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Bringing Goodness Front and Center

Courtney Lynch, May 20, 2015


Bringing Goodness Front and Center

People truly enjoy being appreciated, respected and nurtured. Simple goodness never seems to go out of style.

I recently returned from facilitating a retreat for dynamic, successful leaders. The participants had been invited to attend, all expenses paid, purely for the experience. Meaning, there were no strings attached, the event’s sole purpose was a “give back,” created to convene and connect talented professionals. At a beautiful spa setting, the participants enjoyed a day of relaxation followed by a day of leadership learning.

They left energized and ready to take their leadership impact to the next level. But, that was only after they worked through how skeptical they were to be invited to participate in something that seemed, “too good to be true.”

The more effective you are as a leader, the more you are able to bring goodness front and center, taking actions purely for the results and value they bring to others. Here are four steps for bringing a heightened sense of goodness to your leadership style:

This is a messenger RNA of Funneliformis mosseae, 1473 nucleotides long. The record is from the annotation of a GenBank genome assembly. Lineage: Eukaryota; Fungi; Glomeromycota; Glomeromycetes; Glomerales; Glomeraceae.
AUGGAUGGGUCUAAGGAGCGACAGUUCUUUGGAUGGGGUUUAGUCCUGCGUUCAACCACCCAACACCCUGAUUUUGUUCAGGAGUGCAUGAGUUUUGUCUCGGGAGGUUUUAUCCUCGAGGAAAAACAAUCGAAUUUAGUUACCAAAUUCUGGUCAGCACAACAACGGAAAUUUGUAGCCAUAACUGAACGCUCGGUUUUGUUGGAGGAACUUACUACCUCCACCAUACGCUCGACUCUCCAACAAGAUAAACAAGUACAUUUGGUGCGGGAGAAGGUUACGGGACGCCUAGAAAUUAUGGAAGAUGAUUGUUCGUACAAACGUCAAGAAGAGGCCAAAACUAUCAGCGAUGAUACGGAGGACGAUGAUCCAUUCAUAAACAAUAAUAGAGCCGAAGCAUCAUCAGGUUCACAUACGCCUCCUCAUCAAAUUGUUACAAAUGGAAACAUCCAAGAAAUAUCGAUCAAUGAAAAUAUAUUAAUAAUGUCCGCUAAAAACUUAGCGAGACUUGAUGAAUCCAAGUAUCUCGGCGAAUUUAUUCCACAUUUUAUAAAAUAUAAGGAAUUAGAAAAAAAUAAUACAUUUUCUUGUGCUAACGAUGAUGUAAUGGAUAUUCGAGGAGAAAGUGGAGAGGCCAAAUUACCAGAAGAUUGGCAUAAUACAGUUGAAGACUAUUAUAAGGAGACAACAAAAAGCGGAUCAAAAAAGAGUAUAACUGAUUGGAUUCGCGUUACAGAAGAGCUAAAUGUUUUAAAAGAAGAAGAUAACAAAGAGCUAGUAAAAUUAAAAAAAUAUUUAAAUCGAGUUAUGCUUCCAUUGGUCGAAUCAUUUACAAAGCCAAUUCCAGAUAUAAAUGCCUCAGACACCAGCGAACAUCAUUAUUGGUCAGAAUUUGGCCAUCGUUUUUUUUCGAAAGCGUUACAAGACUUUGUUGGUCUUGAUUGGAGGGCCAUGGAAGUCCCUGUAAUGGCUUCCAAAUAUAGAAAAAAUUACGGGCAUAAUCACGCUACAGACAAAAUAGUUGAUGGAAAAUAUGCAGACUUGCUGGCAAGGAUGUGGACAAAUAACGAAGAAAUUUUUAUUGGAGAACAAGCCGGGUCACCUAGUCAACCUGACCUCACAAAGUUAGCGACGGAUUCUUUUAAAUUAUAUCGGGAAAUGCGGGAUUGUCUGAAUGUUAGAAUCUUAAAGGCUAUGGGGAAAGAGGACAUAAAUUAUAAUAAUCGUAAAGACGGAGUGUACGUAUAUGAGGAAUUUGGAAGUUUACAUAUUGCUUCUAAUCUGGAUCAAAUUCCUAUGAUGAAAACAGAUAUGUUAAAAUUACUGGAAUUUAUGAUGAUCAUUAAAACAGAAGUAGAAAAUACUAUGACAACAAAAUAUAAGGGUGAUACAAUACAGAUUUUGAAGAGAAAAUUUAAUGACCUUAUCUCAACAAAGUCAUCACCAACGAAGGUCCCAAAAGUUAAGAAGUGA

1. Recognize your impact. Your behavior and actions make an impression on people. Leaders realize this and work to make sure they show up in ways that showcase their credibility and sincerity.

2. Value yourself. We can’t lead others until we recognize our talents, worth and contributions. Know your strengths, and have the self-awareness to anticipate blind spots. Yet as you improve upon your weaknesses, affirm yourself in the process.

3. Listen and serve. Goodness requires a sense of understanding. When we can anticipate what our colleagues, friends and family need or want, we are better prepared to be helpful.

4. Don’t worry about credit. If we are honest with ourselves, many times in our professional lives our actions are motivated by a desire for accolades and recognition. It’s great to be noticed, but it’s not always important. We’re practicing simple goodness when we let go of a need to be affirmed, and instead just seek to do what we believe is valuable.

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